Friday, August 19, 2011

Let Someone Else Pay

Need a quick way to save some cash during these tough economic times? Just cancel your garbage service, and instead, dump your trash at the nearest apartment complex.

Starting not very long after the collapse of the housing bubble, I started seeing spikes in the amounts of material in the trash compactor and recycling dumpsters. Whereas before it would be rare for either to ever completely fill up, they'd go from empty to completely full in sometimes less than 72 hours. Or you'd drive by in the morning, and there would be a huge amount of stuff that hadn't been there the night before. Sometimes, you'd find a bed or a desk stuffed into the trash compactor in the middle of the month.

The head of maintanance was a fellow expat Chicagoan, and we'd chat whenever we got the chance, and he told me that it was people from the local neighborhood, driving into the complex at night to dump their trash. "Go look out in the area on trash day a few times," he told me. "See which houses don't have garbage cans out." So I did, and lo and behold there were a few houses that never had garbage cans out. Once, you could chalk up to them just forgetting it was trash day. But when I went through for the third time in as many months, and the same houses still didn't have trash cans out when everyone else did, I started to grow just a bit suspicious.

Then I started to pay more attention. Every so often, I'd come home late, as in after 9 pm or so, once it had gotten dark, and there would be a someone, a couple, or maybe even a family unloading a remarkable number of bags and boxes from a car or large pickup truck. And they'd watch me, as I went to the mailbox, or dropped something in the recycling bin. Sometimes, you could tell that they didn't belong there - they were quiet, and hostile to being addressed in any way. Other times, they'd try to be friendlier about it. They'd explain, unasked, that they were moving out, and just finishing cleaning up. On the 10th of the month. Possible, but not likely. Espcially where no moving trucks or piled-high pickups had ben seen recently. One time, I saw another resident confront someone, and be threatened with bodily harm if they didn't back off. The threatening man and his wife dumped some furniture, climbed back into their pickup truck and quickly fled the scene as more residents began to arrive.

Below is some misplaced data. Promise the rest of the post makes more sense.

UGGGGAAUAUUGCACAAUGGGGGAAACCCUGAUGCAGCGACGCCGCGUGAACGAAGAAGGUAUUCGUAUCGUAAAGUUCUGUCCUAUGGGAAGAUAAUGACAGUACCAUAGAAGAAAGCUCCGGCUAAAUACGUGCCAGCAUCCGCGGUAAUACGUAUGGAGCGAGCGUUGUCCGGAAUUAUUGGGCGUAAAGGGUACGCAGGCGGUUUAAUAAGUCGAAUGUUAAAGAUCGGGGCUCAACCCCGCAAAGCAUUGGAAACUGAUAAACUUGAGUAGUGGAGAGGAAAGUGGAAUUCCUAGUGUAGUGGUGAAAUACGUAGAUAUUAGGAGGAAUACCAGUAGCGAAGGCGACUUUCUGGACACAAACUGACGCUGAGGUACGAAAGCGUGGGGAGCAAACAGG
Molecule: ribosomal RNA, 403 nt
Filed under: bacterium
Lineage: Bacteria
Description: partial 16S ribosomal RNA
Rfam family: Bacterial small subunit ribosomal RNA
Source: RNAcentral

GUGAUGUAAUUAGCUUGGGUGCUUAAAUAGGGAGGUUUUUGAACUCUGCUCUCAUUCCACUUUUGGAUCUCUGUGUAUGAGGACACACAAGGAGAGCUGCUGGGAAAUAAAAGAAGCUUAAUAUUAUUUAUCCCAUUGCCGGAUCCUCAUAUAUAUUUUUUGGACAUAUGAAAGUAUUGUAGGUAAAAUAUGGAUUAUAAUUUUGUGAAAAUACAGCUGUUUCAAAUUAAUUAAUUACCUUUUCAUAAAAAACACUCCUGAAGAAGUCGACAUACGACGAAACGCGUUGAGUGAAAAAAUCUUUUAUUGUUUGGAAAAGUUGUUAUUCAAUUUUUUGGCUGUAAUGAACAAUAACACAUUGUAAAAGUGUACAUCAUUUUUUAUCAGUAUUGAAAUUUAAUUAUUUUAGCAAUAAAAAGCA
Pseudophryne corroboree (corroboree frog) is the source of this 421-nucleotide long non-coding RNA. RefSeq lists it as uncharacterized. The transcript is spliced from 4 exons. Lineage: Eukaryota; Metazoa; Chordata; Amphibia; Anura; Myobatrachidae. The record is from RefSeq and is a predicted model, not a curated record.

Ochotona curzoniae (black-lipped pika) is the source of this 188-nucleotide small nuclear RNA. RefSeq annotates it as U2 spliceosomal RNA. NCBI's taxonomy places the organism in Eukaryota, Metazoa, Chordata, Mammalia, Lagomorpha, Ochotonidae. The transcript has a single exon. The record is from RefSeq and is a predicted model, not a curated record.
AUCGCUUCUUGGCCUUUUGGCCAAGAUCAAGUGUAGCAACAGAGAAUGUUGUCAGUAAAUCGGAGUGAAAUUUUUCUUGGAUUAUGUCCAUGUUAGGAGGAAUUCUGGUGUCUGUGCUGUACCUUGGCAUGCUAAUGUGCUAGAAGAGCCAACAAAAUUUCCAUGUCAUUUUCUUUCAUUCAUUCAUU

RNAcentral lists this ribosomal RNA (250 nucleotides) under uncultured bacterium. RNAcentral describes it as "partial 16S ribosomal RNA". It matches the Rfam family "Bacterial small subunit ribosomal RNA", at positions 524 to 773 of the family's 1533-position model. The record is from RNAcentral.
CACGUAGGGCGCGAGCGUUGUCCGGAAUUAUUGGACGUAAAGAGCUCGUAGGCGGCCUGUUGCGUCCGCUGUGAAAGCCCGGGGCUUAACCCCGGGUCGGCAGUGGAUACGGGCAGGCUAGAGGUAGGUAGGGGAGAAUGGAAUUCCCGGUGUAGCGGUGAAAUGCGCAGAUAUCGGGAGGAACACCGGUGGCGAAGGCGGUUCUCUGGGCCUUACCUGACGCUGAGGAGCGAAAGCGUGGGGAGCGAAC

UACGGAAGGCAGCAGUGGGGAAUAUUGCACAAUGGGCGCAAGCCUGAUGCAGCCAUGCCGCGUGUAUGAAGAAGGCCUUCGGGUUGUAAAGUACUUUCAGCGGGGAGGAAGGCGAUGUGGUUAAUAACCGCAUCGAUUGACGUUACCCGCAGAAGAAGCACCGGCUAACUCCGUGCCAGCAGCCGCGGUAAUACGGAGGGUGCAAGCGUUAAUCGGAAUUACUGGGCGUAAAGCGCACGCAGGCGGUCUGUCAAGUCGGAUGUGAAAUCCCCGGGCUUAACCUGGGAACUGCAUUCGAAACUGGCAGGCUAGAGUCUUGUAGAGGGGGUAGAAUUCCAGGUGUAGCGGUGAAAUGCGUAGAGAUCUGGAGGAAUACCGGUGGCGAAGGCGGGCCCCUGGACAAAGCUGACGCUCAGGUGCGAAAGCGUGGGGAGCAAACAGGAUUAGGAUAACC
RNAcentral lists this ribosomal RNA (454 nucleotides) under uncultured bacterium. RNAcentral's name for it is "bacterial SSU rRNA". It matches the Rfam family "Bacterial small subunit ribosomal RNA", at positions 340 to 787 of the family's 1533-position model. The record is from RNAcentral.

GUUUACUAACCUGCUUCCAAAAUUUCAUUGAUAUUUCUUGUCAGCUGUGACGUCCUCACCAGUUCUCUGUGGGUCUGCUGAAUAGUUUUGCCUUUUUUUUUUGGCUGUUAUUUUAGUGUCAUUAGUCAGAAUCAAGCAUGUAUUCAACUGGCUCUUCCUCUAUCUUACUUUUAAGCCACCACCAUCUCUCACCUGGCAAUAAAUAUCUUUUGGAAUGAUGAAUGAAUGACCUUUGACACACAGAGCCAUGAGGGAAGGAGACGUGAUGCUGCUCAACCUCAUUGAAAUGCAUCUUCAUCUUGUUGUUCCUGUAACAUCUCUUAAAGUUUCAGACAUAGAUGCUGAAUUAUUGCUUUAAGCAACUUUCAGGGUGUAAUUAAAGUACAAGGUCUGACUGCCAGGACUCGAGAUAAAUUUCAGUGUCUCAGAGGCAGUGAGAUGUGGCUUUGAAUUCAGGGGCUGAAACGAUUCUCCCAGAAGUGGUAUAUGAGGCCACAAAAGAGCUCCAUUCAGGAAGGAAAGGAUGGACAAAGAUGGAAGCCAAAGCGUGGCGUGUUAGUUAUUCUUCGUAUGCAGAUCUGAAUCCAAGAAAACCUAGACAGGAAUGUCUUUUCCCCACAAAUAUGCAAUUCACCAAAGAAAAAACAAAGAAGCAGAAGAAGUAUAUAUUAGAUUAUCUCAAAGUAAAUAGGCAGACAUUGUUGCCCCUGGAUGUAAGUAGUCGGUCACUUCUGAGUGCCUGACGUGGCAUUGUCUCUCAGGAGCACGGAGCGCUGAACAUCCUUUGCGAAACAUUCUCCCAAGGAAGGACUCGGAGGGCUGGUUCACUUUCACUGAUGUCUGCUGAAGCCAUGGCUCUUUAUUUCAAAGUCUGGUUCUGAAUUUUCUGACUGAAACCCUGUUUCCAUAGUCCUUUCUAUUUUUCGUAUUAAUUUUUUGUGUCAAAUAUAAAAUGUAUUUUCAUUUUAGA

I can't say that I'm surprised by this, given that trying to get something for nothing is almost a large a part of the American Dream as home ownership. It's a large part of the reason that we're in the state that we're in right now. Large sections of the country aren't densely enough populated for any reasonable level of taxation to pay for the infrastructure and services needed for the place to viable, and so the rest of us end up funding it, either through direct infusions of tax money or by paying off the bonds that the federal government has floated to borrow the money needed. But it's smaller things as well, Anyone who works in an office environment likely knows at least one person whose idea of shopping for school supplies is to raid the copy room for pens, notebooks and binders.

One of the things that I find many Americans to be remarkable good at is pleading poverty, regardless of their circumstances. I've known people in steady jobs with salaries that reach nearly six figures, and who have enough money that they don't keep it all in one bank because of the limits of deposit insurance who still think of themselves as being on the verge of living on the streets. It's this sort of constant insecurity that drives people to see themselves as needing to "share" in the things that other people have. It won't be until we start seeing ourselves as at least secure, if not affluent, that we'll stop casting our eyes on what others around have.

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